The aforementioned paper proposes to coat the optical structure with an additional transparent layer. This is done to ensure that dust particles screen off only part of the read beam focussed on the optical structure of the record carrier. However, this requires the protective layer to have a minimum thickness of the order of many times the depth of focus of the lens used, for example a thickness of 100 μm. Moreover, the protectice layer must intimately engage the optical structure, preventing the occurrence of local air bubbles between the optical structure and the protective layer.
In the known apparatus it is attempted to maintain the focus of the objective which focusses the read beam on the optical structure by causing the objective to "fiont" on an air cushion on the record carrier. This pre-supposes, however, that the thickness of the protective layer is constant throughout the entire surface, or at least that it contains no variations in excess of the depth of focus of the objective, which is of the order of 1 μm. Consequently the protective layer has to satisfy exacting requirements.
It is an object of the present invention to provide a record carrier in which the optical structure is protected against dust particles and damage without the use of a protective layer which is required to satisfy stringent requirements. For this purpose the record carrier according to the invention is characterized in that the optical structure is a radiation-reflecting structure and the carrier substrate is radiation-transmitting, the surface of the carrier substrate more remote from the optical structure forming both the entrance face and the exit face for the read radiation. In this record carrier the carrier substrate itself ensures that dust particles are sufficiently spaced away from the optical structure.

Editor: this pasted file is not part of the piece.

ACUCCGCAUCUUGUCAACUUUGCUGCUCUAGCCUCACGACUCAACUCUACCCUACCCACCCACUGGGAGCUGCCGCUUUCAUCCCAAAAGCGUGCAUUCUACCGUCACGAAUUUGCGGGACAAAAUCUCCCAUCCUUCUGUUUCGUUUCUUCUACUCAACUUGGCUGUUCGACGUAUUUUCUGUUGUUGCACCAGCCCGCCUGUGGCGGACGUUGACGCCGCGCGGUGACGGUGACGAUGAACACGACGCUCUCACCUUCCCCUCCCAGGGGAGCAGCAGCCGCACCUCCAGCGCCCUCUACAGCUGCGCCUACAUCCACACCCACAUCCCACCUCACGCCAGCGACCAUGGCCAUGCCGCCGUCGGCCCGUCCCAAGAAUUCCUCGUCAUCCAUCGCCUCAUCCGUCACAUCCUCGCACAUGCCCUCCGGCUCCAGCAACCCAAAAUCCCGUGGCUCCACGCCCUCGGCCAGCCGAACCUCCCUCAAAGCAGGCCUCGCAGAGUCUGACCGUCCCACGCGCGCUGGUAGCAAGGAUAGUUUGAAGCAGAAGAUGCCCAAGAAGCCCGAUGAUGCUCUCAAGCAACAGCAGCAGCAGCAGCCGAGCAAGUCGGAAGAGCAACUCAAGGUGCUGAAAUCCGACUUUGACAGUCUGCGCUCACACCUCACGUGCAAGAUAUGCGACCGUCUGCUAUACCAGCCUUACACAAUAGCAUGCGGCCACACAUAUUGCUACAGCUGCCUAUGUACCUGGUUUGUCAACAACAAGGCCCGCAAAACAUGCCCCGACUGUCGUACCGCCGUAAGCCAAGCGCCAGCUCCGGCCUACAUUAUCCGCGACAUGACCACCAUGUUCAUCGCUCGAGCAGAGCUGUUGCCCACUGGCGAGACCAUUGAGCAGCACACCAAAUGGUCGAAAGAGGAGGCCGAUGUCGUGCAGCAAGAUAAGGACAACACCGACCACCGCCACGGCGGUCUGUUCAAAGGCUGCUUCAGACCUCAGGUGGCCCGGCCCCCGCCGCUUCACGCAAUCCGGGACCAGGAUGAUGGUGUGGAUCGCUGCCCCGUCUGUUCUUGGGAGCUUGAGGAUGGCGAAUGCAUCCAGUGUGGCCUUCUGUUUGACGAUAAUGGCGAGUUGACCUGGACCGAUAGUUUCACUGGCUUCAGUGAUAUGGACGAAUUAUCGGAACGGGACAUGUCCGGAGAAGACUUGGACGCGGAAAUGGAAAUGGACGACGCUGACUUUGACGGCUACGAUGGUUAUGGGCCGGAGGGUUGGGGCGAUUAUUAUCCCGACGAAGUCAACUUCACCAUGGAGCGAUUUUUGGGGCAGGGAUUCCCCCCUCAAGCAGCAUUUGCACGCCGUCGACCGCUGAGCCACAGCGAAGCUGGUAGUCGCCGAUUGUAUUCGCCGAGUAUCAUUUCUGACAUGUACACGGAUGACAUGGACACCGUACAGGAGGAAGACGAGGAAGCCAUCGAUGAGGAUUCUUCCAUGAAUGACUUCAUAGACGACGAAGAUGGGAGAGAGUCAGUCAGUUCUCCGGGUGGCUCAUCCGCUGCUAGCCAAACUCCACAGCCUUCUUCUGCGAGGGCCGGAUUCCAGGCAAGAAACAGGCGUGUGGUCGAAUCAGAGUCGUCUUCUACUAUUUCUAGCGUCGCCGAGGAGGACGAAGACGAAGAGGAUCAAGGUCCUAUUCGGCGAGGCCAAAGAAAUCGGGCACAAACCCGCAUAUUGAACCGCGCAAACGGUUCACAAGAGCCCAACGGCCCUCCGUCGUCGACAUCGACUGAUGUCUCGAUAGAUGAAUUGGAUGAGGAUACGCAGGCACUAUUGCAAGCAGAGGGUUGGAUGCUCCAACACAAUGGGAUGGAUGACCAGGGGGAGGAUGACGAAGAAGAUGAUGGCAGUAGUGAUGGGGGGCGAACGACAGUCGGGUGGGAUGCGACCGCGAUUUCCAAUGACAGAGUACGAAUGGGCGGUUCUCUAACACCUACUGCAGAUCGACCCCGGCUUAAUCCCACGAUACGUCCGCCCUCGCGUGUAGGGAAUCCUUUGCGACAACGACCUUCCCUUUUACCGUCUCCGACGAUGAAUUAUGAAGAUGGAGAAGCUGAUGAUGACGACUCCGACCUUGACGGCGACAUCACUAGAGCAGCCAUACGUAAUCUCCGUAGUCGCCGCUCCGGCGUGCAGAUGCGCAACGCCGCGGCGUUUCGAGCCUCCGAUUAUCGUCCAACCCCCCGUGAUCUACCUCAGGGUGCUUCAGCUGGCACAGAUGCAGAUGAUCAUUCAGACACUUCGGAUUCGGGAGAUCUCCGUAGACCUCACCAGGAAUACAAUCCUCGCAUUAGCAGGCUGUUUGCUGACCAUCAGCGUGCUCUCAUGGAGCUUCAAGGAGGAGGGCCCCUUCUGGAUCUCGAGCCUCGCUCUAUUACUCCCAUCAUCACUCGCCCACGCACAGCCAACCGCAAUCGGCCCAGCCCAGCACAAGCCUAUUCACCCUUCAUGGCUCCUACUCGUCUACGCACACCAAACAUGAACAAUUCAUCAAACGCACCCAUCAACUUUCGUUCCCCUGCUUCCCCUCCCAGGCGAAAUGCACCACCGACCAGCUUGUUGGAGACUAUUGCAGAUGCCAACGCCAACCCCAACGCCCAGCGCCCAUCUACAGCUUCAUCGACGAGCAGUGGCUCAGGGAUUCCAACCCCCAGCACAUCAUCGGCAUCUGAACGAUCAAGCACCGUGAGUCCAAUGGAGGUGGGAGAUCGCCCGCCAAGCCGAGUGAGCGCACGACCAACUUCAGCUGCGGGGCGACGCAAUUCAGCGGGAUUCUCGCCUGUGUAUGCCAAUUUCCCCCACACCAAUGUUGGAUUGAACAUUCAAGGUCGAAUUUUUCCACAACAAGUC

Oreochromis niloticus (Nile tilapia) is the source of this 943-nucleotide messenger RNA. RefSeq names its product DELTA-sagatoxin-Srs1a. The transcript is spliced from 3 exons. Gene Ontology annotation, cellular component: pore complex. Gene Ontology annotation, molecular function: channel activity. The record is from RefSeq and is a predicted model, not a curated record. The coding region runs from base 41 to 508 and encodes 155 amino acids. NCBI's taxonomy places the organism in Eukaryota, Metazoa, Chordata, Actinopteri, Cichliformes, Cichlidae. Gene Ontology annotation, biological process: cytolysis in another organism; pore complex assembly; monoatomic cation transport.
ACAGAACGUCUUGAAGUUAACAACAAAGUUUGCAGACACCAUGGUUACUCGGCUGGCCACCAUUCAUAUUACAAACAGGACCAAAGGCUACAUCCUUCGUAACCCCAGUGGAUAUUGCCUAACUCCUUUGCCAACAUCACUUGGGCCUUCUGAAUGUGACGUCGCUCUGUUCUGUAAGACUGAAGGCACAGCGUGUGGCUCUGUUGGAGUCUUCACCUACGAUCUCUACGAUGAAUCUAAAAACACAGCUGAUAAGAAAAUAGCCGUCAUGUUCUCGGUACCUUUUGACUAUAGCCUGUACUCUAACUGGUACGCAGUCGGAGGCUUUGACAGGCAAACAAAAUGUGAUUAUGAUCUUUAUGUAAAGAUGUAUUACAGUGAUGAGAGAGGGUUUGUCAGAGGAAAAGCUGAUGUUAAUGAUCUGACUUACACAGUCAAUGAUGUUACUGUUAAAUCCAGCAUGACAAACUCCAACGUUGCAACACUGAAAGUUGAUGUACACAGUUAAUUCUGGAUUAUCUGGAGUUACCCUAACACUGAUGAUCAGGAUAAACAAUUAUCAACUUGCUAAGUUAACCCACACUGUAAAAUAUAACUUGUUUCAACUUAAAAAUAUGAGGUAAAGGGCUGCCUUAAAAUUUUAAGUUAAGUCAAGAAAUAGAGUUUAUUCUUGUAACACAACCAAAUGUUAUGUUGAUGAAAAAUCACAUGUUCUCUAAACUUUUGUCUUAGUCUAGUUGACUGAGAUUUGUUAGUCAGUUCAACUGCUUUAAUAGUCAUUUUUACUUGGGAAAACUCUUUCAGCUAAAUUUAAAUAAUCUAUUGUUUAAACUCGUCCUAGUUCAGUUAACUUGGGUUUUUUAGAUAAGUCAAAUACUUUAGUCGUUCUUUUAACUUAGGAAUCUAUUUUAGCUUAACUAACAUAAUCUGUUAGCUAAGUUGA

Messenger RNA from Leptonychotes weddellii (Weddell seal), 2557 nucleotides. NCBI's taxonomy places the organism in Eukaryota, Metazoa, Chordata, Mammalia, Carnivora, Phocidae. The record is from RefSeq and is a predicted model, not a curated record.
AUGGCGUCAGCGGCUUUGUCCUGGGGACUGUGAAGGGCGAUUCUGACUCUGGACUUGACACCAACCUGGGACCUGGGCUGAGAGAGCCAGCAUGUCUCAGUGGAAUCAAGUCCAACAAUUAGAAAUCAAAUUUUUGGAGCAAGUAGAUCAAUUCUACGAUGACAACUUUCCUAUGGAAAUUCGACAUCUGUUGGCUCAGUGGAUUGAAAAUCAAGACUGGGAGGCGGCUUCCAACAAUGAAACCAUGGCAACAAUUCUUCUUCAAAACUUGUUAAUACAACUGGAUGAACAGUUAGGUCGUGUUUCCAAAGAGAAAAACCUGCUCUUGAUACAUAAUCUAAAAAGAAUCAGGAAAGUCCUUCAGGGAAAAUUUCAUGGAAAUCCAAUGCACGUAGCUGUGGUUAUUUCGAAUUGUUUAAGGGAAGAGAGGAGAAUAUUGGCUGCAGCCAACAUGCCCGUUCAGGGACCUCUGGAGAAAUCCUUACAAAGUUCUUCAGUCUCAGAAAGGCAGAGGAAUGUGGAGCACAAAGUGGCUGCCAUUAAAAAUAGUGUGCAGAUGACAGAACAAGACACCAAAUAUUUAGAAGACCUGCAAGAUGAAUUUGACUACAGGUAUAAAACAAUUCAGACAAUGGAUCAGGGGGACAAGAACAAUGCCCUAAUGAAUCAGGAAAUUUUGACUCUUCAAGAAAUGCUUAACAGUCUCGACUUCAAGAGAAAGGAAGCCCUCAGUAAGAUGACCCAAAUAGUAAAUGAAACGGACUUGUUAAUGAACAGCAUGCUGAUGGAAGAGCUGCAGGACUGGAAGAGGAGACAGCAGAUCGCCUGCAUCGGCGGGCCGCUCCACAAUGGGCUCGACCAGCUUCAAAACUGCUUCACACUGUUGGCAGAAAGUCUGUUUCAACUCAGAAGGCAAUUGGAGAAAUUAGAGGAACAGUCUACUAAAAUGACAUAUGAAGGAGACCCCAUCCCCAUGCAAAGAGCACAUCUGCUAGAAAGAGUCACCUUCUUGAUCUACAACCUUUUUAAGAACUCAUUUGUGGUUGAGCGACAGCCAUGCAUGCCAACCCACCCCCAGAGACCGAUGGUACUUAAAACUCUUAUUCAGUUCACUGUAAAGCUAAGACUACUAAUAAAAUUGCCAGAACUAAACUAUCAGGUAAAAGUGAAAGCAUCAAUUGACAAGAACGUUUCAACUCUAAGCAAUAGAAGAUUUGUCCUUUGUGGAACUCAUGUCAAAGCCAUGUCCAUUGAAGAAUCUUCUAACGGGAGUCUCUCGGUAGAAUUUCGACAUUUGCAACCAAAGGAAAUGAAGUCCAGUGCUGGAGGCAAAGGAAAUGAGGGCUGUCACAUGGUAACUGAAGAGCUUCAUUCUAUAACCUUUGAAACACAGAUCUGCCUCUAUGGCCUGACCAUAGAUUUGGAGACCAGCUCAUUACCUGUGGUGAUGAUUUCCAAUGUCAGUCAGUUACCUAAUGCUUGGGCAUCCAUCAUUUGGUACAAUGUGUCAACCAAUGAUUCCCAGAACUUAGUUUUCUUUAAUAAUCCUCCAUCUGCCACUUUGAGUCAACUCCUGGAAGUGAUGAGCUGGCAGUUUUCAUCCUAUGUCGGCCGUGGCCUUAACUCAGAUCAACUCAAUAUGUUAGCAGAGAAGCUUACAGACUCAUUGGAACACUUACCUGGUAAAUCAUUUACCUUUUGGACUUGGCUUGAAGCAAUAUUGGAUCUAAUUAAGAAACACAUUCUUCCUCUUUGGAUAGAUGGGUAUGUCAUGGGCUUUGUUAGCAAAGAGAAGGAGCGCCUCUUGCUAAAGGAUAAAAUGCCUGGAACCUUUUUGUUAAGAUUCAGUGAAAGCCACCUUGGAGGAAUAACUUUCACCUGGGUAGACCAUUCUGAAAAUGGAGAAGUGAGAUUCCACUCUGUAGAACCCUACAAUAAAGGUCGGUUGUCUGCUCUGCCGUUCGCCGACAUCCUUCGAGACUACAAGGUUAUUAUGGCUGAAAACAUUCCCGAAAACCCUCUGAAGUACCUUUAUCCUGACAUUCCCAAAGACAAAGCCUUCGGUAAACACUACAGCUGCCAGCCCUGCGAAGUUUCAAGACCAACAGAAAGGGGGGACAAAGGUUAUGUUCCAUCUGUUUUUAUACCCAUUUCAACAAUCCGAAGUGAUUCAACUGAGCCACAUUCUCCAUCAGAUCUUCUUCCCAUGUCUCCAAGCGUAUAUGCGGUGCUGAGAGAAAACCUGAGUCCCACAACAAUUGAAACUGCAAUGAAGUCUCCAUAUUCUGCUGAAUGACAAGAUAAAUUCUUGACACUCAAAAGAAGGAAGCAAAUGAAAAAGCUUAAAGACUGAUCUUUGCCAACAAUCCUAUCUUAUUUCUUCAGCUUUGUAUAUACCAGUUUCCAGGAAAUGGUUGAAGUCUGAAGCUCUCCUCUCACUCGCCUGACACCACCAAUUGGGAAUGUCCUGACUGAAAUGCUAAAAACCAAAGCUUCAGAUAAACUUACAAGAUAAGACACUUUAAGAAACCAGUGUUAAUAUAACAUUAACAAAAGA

According to a further feature of a record carrier according to the invention, the surface of the optical structure more remote from the carrier substrate is provided with an additional layer. Because the optical structure is completely embedded between two layers, it cannot readily be damaged.
The optical structure is read in the reflection mode, which means that the read beam is modulated by reflection at the optical structure. The additional layer is not traversed by the read beam and is only required to protect the optical structure from damage. Hence this layer need not satisfy exacting requirements. It need not be radiation-transmissive and need not have a constant thickness throughout its surface. In addition, it need not accurately engage the optical structure. It may, for example, be a plate which is secured to the carrier substrate along the edge.
The reflecting optical structure may be in the form of co-planar radiation-reflecting regions and intermediate areas, the areas having a coefficient of reflection different from that of the regions. Preferably, however, the optical structure consists of regions and intermediate areas having equally high reflection coefficients but situated at different levels.